The liner notes for ‘Whack’ find Mintzer pointing out that most of this arrangement apparently came about through a certain improvisational manner.  Mintzer goes so far as to call the process experimental as he discusses the arrangement’s creation.  Additionally, he praises the musicians for their abilities and what they bring to the arrangement in whole.  That and more that is noted here shows in its own way, the importance of the album’s liner notes.

Yet another example of the importance of the album’s liner notes is the explanation of ‘Herky Jerky.’  Mintzer opens up here and admits that the arrangement is based lightly on a certain Gershwin hit.  That song will be left for audiences to discover on their own so that they are not directly influenced to listen for that song here.  However, when audiences hear the song for themselves, they will definitely hear the influence in the staccato style notes (also addressed in the liner notes) played here.  This is yet another example of the importance of the liner notes featured with Soundscapes.  That is because of the background that it offers.  That background (just as with the background offered for the other songs) encourages audiences’ engagement and entertainment even more, and succeeds in doing so, too.  Keeping that in mind, there is no doubt in reading any of the liner notes, that they play a pivotal part to the album’s presentation.  Even being as important as they are to the album’s presentation, they are just one more part of what makes the album succeed.  The songs’ sequencing rounds out its most important elements.

Soundscapes’ sequencing is important to note because of the way in which it ensures the songs’ energies are balanced.  The relaxed vibe of the album’s opener, ‘A Reprieve’ is one of only three points throughout the album in which those energies pull back.  From there, the record’s energy remains relatively high up until the much more subdued, late entry, ‘One Look’ that the album pulls back.  It comes at an interesting point, considering that the album’s energy increases again in the penultimate entry, ‘One Music’ before the album closes out on another relaxed note, ‘VM.’  It might have made a little more sense to place ‘New Look’ a little sooner in the record’s 42-minute run.  That aside, it still does help to break things up and keep things interesting in turn.  Keeping that in mind, the album ensures in its own way, audiences’ engagement through the impact of the sequencing on the album’s energies.  When this is considered along with the role of the album’s liner notes and its featured arrangements, the whole makes the album a strong, successful new offering from Mintzer and company.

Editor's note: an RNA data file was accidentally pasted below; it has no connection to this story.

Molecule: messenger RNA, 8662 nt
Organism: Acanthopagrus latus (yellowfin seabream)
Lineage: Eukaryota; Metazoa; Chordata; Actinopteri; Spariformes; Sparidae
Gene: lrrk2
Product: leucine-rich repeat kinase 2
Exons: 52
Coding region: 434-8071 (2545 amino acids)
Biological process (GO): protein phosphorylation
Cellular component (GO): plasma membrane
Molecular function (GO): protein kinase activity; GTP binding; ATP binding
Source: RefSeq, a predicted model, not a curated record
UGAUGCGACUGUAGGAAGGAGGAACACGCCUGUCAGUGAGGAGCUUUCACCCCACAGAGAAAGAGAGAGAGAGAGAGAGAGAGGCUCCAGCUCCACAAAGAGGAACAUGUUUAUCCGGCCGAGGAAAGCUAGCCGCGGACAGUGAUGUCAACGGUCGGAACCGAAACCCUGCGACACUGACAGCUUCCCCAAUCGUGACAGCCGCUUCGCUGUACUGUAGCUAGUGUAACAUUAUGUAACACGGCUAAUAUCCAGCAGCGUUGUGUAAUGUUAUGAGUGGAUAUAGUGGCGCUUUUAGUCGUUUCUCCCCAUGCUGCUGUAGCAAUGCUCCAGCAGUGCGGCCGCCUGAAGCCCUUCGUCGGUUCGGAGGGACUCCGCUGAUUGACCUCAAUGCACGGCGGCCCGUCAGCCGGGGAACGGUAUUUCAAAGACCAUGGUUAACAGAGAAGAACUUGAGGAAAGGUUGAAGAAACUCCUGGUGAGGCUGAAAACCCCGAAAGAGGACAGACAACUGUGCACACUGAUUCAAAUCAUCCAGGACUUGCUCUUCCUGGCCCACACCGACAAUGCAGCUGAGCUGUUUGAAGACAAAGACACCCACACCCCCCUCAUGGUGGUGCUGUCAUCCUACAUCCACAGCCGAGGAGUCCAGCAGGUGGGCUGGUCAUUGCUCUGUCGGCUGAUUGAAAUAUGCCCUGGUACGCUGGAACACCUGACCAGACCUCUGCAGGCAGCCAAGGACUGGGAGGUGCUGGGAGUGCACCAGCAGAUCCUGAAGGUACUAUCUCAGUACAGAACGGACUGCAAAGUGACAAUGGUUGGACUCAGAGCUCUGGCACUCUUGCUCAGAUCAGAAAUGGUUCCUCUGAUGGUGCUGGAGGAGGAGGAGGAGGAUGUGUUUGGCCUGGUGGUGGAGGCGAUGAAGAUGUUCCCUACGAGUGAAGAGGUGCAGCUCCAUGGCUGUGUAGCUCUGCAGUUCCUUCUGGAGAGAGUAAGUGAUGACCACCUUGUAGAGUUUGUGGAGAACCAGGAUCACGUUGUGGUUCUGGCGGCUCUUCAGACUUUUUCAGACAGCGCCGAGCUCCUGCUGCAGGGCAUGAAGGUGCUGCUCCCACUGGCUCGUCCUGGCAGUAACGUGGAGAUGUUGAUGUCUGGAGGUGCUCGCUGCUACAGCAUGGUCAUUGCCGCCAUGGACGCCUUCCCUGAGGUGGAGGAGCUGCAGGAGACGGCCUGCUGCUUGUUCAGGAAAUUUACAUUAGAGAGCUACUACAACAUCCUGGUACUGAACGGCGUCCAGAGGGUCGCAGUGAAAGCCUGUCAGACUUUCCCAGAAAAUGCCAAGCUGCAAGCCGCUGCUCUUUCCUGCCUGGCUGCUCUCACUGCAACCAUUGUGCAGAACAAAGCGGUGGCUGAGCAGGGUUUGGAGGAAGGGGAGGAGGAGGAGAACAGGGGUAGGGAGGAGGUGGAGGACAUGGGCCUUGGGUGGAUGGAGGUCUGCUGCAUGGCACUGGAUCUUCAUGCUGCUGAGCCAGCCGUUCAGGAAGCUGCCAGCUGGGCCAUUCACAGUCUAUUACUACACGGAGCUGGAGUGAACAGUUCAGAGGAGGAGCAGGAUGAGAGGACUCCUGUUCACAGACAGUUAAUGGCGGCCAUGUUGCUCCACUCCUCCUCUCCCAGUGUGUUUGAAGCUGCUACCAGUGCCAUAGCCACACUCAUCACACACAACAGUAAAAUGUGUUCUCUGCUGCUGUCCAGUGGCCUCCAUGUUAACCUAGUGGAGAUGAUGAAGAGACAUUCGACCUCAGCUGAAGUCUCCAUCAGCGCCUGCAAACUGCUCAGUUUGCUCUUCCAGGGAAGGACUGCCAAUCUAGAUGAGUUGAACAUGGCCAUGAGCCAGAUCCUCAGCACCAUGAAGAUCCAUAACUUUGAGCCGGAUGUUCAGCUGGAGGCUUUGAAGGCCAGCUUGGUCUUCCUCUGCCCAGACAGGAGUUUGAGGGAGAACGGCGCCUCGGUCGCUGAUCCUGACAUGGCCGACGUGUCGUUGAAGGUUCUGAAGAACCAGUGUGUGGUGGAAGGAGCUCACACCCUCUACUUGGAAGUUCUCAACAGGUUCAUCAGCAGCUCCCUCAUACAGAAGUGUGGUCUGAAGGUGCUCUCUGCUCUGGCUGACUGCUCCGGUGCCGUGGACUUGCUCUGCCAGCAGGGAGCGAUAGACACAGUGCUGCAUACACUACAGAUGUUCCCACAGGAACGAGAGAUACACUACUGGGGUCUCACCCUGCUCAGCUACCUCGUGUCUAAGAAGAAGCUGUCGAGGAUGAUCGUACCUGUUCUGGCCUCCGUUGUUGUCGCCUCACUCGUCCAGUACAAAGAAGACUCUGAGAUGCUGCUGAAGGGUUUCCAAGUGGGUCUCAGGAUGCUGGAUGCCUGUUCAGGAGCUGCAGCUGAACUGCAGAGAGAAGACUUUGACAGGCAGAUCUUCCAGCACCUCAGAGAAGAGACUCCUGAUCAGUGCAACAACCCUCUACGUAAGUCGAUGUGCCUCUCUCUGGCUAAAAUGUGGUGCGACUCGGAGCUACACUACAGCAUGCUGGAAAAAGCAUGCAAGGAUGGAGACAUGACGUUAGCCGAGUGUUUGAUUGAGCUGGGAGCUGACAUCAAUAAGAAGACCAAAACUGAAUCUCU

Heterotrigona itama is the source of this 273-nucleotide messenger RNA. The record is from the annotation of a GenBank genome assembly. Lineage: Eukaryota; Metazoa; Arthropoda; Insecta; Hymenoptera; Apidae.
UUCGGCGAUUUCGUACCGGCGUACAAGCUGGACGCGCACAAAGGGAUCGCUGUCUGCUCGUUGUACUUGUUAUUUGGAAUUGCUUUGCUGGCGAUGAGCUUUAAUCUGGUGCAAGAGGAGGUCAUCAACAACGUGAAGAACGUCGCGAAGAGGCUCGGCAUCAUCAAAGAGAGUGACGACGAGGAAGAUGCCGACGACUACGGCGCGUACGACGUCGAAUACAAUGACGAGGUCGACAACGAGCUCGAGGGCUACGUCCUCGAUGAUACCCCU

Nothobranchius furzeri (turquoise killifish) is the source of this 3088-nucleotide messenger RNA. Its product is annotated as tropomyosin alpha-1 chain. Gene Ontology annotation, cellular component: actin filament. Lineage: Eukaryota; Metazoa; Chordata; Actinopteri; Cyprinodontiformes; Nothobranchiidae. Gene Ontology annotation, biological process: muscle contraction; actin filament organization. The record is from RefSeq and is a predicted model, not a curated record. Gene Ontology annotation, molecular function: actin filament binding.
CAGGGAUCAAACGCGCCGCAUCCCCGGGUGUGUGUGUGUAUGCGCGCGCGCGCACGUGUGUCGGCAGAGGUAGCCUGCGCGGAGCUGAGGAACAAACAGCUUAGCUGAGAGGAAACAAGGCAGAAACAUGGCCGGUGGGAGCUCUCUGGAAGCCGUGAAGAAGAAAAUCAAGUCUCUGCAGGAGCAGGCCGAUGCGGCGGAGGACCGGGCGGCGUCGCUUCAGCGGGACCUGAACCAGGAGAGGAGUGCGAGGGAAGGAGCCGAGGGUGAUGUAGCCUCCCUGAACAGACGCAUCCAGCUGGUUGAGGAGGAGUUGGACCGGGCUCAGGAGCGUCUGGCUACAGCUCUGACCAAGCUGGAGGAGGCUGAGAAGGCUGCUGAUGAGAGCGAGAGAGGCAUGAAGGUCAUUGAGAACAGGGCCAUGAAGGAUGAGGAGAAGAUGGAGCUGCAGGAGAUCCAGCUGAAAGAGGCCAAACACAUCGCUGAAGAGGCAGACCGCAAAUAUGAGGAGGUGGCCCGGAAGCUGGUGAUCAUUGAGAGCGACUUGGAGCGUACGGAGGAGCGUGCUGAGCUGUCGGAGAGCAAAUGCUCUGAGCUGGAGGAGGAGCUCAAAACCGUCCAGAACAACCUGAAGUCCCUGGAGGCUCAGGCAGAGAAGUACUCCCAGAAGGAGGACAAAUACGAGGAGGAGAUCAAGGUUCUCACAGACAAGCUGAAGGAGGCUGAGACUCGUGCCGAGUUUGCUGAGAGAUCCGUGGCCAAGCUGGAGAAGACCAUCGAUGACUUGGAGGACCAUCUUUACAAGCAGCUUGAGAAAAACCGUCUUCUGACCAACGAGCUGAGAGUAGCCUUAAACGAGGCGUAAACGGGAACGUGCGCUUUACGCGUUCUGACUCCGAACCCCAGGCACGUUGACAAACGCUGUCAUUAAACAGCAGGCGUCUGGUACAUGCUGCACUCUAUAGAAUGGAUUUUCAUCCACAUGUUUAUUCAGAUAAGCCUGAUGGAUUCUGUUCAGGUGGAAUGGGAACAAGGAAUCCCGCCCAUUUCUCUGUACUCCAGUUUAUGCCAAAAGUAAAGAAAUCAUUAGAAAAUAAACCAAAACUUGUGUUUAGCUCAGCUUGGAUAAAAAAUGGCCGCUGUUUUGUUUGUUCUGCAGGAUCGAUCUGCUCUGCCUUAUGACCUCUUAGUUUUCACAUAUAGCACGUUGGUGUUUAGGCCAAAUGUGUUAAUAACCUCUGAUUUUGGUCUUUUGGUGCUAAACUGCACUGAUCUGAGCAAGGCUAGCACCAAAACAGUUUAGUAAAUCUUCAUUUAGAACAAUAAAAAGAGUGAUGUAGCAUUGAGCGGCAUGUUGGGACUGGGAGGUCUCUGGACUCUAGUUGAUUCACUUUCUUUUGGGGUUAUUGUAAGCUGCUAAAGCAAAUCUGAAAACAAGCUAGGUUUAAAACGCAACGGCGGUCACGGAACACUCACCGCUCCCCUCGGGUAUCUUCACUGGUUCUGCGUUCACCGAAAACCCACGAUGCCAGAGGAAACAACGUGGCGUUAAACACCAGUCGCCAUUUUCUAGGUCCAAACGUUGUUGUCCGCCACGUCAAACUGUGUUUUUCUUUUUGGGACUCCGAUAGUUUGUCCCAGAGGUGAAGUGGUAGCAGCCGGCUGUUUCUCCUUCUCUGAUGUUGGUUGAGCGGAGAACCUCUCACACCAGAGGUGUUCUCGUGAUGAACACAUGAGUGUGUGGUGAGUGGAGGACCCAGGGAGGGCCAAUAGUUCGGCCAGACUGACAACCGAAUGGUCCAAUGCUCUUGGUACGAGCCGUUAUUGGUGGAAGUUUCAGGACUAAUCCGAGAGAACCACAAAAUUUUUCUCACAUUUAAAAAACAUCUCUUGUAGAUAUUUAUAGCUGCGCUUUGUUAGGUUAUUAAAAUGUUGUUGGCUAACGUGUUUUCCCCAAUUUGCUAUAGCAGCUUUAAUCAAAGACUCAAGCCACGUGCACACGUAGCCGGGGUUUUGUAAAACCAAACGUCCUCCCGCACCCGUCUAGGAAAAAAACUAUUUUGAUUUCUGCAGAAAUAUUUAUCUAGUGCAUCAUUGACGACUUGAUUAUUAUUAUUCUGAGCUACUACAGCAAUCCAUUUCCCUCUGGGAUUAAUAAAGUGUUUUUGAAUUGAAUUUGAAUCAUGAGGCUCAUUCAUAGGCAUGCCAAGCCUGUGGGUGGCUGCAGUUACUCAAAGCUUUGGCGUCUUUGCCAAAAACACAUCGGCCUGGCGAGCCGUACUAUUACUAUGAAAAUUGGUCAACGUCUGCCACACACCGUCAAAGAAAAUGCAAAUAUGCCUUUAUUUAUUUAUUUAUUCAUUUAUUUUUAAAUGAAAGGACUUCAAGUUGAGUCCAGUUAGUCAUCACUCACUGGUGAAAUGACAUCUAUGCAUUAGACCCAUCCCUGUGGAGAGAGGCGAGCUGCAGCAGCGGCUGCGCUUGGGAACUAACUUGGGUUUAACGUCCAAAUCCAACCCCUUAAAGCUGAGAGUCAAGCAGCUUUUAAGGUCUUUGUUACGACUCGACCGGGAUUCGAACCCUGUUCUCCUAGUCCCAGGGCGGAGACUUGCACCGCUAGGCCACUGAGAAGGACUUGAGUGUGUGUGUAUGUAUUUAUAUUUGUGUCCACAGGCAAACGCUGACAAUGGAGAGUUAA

Bob Mintzer and the WDR Big Band Cologne’s new album, Soundscapes, is a positive new offering from the collective.  It is a work that will appeal widely to jazz fans across the board.  That is due in no small part to the album’s featured arrangements.  The arrangements are diverse in their energies, sounds, and stylistic approaches.  That diversity is reason enough for audiences to hear the album.  The background that the liner notes (another of the album’s most important elements) offers, leads to enhanced appreciation for the arrangements.  That increased appreciation also leads to more engagement in the album.  The songs’ sequencing puts the finishing touch to the album’s presentation.  It does that by keeping the record’s energy running fluidly from one song to the next while also keeping the stylistic approach and sounds of the arrangements changing from one to the next.  It brings everything full circle and completes the album’s presentation, ensuring once and for all, the album’s success.  It makes the album unquestionably one more of the year’s top new jazz records.  Soundscapes is available now.  More information on this and other titles from MCG Jazz is available online at: